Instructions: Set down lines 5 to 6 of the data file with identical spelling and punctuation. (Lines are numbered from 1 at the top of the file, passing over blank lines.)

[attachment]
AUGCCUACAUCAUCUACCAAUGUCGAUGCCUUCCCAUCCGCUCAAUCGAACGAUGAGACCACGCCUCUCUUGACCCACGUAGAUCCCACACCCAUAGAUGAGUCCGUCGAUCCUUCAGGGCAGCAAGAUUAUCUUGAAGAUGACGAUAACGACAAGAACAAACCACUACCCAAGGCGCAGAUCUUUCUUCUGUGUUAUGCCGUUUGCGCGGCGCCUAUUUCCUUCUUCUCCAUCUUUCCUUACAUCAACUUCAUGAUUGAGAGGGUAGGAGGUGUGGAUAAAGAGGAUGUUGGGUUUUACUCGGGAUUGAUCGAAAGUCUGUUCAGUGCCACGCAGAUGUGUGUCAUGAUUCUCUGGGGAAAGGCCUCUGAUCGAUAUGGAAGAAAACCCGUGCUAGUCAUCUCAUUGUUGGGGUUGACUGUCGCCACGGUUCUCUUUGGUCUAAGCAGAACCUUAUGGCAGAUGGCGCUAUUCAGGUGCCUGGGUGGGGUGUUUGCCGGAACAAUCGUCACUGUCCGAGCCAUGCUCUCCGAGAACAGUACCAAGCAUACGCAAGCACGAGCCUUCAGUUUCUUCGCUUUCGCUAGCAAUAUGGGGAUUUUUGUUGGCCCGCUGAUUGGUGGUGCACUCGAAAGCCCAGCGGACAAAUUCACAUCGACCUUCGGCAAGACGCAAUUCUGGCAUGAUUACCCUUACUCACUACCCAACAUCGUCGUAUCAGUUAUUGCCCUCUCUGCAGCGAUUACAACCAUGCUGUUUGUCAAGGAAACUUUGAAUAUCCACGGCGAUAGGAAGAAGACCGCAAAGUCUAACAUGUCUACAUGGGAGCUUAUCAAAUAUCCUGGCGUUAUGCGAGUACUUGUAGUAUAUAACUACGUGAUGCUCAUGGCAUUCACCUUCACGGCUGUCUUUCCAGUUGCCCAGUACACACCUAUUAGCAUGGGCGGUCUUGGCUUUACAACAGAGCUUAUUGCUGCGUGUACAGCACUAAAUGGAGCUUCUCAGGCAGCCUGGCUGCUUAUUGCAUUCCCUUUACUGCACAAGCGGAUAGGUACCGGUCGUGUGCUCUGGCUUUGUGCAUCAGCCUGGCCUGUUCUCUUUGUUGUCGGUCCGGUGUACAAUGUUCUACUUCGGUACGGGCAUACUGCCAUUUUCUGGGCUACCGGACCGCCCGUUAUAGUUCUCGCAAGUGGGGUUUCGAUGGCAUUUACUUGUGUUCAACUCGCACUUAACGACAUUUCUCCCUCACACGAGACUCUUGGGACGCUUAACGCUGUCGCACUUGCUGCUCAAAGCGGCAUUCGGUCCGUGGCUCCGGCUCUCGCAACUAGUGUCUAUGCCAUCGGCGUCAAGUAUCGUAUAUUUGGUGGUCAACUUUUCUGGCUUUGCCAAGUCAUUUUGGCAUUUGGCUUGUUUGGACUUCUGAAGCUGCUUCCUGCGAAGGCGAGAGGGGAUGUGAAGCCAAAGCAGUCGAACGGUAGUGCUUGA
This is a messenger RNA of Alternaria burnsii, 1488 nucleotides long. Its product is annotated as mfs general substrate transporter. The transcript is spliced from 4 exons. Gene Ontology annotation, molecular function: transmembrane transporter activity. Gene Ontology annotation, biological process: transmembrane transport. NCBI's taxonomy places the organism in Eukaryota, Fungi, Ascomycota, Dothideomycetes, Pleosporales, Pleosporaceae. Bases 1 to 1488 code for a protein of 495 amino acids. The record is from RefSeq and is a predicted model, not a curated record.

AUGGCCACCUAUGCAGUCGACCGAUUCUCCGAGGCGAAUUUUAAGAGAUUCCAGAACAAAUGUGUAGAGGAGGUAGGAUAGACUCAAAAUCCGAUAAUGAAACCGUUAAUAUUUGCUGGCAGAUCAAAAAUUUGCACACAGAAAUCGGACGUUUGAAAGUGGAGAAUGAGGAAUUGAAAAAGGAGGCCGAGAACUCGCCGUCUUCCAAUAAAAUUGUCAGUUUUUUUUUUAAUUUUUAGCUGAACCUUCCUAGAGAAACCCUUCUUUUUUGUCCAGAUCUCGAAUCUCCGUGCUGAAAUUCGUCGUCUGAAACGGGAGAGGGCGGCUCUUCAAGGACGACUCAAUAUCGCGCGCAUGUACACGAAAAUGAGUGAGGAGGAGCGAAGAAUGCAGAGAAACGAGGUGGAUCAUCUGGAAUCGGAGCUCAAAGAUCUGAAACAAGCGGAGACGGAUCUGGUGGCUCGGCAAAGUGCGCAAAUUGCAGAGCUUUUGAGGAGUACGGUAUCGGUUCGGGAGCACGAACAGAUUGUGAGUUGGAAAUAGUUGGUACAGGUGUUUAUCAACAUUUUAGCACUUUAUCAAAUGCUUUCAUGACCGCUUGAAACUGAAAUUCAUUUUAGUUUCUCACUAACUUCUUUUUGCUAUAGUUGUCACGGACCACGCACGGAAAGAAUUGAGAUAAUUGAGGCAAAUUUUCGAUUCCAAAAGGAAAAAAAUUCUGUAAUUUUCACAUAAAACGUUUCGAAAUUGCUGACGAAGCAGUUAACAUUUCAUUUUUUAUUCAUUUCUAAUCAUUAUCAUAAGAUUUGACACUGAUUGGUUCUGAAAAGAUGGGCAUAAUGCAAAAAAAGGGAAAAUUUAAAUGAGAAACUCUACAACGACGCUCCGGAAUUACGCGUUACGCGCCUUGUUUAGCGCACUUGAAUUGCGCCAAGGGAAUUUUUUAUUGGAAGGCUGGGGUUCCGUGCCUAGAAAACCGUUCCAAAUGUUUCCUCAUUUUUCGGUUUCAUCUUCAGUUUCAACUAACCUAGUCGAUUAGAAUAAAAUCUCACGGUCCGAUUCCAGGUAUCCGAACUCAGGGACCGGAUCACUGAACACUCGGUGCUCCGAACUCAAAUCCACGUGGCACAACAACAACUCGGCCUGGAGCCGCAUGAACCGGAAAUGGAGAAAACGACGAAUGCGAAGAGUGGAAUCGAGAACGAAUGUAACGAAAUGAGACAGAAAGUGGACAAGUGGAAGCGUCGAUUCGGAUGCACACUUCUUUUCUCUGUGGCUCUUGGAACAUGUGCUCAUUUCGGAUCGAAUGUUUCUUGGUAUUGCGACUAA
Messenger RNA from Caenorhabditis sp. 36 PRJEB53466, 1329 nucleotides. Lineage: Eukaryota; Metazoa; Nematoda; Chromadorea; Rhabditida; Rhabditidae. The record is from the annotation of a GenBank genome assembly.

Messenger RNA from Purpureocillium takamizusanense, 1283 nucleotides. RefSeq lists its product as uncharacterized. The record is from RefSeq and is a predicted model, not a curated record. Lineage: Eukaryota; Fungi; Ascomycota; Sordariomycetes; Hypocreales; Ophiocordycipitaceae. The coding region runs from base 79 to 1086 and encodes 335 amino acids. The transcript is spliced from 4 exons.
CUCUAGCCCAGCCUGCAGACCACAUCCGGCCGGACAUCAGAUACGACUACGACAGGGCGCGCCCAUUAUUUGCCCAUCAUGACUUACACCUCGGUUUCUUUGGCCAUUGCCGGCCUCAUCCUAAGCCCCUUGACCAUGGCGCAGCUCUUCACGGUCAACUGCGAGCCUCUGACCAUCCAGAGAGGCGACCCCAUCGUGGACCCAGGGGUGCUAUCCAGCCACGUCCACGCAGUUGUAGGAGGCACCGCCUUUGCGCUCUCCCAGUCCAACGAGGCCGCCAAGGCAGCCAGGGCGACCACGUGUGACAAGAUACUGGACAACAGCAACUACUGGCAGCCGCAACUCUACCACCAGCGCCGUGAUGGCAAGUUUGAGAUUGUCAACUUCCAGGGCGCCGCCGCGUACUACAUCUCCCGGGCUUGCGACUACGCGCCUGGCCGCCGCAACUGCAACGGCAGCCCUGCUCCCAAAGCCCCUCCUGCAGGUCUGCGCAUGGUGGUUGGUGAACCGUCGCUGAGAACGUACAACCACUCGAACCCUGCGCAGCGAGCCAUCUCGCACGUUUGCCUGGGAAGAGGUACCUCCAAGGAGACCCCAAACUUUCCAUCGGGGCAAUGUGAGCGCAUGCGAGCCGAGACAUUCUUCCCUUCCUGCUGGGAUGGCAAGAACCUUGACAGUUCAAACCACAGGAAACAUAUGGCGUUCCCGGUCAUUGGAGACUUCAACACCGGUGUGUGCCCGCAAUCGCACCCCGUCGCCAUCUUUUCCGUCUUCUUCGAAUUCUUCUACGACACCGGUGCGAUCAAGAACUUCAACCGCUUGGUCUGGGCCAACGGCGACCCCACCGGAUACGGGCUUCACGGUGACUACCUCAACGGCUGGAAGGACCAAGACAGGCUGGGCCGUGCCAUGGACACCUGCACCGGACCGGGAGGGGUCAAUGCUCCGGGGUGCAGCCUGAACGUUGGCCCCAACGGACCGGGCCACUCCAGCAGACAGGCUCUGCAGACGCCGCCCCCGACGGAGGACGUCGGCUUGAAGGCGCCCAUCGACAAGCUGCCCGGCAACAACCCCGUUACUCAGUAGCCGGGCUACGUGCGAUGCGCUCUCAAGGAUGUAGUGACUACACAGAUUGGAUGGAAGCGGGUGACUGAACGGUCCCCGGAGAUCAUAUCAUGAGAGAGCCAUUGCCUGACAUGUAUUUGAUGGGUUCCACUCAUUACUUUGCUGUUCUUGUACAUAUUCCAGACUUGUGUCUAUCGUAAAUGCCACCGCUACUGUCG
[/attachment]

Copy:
Messenger RNA from Purpureocillium takamizusanense, 1283 nucleotides. RefSeq lists its product as uncharacterized. The record is from RefSeq and is a predicted model, not a curated record. Lineage: Eukaryota; Fungi; Ascomycota; Sordariomycetes; Hypocreales; Ophiocordycipitaceae. The coding region runs from base 79 to 1086 and encodes 335 amino acids. The transcript is spliced from 4 exons.
CUCUAGCCCAGCCUGCAGACCACAUCCGGCCGGACAUCAGAUACGACUACGACAGGGCGCGCCCAUUAUUUGCCCAUCAUGACUUACACCUCGGUUUCUUUGGCCAUUGCCGGCCUCAUCCUAAGCCCCUUGACCAUGGCGCAGCUCUUCACGGUCAACUGCGAGCCUCUGACCAUCCAGAGAGGCGACCCCAUCGUGGACCCAGGGGUGCUAUCCAGCCACGUCCACGCAGUUGUAGGAGGCACCGCCUUUGCGCUCUCCCAGUCCAACGAGGCCGCCAAGGCAGCCAGGGCGACCACGUGUGACAAGAUACUGGACAACAGCAACUACUGGCAGCCGCAACUCUACCACCAGCGCCGUGAUGGCAAGUUUGAGAUUGUCAACUUCCAGGGCGCCGCCGCGUACUACAUCUCCCGGGCUUGCGACUACGCGCCUGGCCGCCGCAACUGCAACGGCAGCCCUGCUCCCAAAGCCCCUCCUGCAGGUCUGCGCAUGGUGGUUGGUGAACCGUCGCUGAGAACGUACAACCACUCGAACCCUGCGCAGCGAGCCAUCUCGCACGUUUGCCUGGGAAGAGGUACCUCCAAGGAGACCCCAAACUUUCCAUCGGGGCAAUGUGAGCGCAUGCGAGCCGAGACAUUCUUCCCUUCCUGCUGGGAUGGCAAGAACCUUGACAGUUCAAACCACAGGAAACAUAUGGCGUUCCCGGUCAUUGGAGACUUCAACACCGGUGUGUGCCCGCAAUCGCACCCCGUCGCCAUCUUUUCCGUCUUCUUCGAAUUCUUCUACGACACCGGUGCGAUCAAGAACUUCAACCGCUUGGUCUGGGCCAACGGCGACCCCACCGGAUACGGGCUUCACGGUGACUACCUCAACGGCUGGAAGGACCAAGACAGGCUGGGCCGUGCCAUGGACACCUGCACCGGACCGGGAGGGGUCAAUGCUCCGGGGUGCAGCCUGAACGUUGGCCCCAACGGACCGGGCCACUCCAGCAGACAGGCUCUGCAGACGCCGCCCCCGACGGAGGACGUCGGCUUGAAGGCGCCCAUCGACAAGCUGCCCGGCAACAACCCCGUUACUCAGUAGCCGGGCUACGUGCGAUGCGCUCUCAAGGAUGUAGUGACUACACAGAUUGGAUGGAAGCGGGUGACUGAACGGUCCCCGGAGAUCAUAUCAUGAGAGAGCCAUUGCCUGACAUGUAUUUGAUGGGUUCCACUCAUUACUUUGCUGUUCUUGUACAUAUUCCAGACUUGUGUCUAUCGUAAAUGCCACCGCUACUGUCG